# Convergence of $\sum\limits_{n=1}^{\infty}\frac{\cos{nx}}{n^p}$

Using the $p-$ test $\Rightarrow \sum\limits_{n=1}^{\infty}\frac{1}{n^p}$ is convergent for $p>1$.

Using the comparison test $\Rightarrow$ $$a_n=\frac{\cos{nx}}{n^p},b_n=\frac{1}{n^p}$$

then $a_n$ is convergent if $p>1$ and divergent if $p\le 1$.

Is this the only necessary condition for convergence of $a_n$?

• Do you know anything about $x$? Commented Jan 10, 2016 at 20:28
• You can't use comparison test for sequences which aren't everywhere positive, so this doesn't work for $x$ not a multiple of $\pi$. Dirichlet test might be of help here. Commented Jan 10, 2016 at 20:28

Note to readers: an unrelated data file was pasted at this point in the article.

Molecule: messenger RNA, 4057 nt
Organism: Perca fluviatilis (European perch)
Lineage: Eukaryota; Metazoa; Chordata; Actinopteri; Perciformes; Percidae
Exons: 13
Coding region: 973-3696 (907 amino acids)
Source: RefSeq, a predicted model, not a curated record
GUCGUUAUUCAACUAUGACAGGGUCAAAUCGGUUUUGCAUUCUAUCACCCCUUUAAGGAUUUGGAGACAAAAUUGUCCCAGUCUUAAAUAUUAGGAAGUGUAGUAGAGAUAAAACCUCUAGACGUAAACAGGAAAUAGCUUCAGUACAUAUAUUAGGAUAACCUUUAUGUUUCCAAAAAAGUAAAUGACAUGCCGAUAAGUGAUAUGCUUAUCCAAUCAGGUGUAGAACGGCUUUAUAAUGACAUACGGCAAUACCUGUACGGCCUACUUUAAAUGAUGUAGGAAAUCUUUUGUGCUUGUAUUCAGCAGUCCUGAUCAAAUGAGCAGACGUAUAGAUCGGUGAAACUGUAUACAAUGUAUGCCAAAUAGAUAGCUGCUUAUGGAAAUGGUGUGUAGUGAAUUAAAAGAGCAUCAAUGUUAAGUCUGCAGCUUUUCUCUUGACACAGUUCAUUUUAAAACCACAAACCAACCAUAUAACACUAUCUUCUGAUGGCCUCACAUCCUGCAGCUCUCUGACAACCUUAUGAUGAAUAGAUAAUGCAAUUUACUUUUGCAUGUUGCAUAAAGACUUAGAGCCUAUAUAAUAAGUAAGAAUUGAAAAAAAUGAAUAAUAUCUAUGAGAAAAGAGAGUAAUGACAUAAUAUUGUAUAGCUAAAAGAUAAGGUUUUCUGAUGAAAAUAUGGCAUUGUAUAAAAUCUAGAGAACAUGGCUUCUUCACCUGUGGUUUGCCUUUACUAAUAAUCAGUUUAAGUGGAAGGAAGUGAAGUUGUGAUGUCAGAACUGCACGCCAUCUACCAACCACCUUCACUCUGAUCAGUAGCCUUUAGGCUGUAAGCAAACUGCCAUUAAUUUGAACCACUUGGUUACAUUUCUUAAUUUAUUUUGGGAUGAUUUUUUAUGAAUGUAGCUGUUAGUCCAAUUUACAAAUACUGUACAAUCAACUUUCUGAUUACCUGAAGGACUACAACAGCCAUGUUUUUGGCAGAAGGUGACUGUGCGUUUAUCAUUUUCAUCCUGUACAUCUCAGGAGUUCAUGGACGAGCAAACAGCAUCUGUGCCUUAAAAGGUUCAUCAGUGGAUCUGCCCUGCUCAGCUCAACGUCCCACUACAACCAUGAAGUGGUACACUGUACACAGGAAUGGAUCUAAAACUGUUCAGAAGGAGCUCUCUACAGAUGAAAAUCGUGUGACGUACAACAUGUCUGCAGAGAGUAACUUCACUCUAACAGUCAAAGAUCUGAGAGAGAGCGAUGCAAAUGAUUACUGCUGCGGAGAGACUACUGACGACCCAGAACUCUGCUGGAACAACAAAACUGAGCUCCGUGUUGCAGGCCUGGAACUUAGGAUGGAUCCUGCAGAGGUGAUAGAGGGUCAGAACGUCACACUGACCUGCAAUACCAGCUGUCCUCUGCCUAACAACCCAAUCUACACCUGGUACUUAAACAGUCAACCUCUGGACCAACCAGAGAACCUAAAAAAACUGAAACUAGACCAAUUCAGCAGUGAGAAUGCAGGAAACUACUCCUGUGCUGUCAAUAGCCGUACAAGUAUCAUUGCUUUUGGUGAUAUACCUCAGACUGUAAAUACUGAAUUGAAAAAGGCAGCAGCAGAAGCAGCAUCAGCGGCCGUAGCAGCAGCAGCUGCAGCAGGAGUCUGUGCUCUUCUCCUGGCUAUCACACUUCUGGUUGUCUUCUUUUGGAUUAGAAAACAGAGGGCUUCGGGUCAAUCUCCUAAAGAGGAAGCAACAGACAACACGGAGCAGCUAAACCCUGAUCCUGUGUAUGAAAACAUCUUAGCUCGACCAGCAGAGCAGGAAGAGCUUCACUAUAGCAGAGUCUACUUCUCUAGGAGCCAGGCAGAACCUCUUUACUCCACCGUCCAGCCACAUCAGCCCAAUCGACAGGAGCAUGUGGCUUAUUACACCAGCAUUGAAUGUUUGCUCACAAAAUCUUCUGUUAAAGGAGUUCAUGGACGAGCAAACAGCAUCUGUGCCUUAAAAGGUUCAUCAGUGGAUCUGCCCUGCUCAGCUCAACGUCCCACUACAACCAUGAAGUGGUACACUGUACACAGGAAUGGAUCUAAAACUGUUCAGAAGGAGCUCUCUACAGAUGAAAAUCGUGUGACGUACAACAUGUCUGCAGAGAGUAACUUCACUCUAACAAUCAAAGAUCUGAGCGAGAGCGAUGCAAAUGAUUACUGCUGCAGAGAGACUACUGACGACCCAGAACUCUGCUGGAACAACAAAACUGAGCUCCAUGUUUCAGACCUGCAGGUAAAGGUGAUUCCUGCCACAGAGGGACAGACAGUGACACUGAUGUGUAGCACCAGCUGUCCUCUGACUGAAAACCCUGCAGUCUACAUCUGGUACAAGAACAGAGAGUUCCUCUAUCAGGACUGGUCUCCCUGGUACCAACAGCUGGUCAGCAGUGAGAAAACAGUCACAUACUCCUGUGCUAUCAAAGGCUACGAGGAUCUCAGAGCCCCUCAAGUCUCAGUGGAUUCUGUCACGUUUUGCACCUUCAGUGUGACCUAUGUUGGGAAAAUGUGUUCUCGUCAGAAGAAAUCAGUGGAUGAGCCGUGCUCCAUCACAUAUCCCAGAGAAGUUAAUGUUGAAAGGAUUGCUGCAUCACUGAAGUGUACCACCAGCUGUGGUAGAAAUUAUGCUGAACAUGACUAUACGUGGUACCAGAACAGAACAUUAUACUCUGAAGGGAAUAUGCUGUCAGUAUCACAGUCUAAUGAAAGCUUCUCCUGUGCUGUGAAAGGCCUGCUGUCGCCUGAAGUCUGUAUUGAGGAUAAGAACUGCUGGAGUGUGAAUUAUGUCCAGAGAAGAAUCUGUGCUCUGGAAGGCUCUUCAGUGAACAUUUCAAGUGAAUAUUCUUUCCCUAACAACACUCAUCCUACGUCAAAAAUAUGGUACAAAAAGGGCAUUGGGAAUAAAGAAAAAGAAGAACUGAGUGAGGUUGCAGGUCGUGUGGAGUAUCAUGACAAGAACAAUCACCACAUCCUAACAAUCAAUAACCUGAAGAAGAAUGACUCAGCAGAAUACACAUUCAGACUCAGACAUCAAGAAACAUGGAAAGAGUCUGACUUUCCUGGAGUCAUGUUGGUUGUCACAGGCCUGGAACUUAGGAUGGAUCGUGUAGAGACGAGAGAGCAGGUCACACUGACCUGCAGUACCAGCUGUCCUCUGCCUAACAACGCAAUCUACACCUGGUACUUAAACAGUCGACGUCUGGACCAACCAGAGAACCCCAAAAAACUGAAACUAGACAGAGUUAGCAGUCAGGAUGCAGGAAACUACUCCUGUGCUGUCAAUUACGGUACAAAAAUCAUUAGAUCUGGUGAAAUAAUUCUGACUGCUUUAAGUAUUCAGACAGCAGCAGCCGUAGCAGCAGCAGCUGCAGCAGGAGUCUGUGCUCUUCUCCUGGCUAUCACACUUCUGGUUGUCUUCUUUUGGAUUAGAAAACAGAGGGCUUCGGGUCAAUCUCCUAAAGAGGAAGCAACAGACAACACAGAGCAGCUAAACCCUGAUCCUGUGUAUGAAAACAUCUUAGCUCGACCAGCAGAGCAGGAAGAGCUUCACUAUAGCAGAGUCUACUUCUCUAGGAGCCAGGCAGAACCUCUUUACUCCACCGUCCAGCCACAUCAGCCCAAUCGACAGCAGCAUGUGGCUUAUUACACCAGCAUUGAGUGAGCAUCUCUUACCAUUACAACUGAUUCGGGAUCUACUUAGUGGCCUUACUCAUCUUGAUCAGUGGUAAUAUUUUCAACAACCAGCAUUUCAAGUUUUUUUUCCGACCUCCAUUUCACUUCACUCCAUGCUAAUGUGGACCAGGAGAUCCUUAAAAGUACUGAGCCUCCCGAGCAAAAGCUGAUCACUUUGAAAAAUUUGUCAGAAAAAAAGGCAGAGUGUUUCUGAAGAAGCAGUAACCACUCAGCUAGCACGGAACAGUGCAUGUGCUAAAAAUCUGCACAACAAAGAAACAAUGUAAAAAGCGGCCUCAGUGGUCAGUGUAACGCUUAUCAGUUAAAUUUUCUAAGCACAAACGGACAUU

• @Hirshy $x\in\mathbb{R}$. Commented Jan 10, 2016 at 20:32
• Then you should follow @Wojowu hint, as you don't neccesarily have strict positive $a_n$. Commented Jan 10, 2016 at 20:34
• Notice that when $p>1$, you can show that the series converges absolutely using the Comparison Test. Commented Jan 10, 2016 at 20:36

Since $$\sum_{n=1}^\infty \left|\frac{\cos nx}{n^p} \right| \leq \sum_{n=1}^\infty \frac{1}{n^p},$$ $\displaystyle \sum_{n=1}^\infty \frac{\cos nx}{n^p}$ is absolutely convergent for $p>1$, and hence convergent for $p>1.$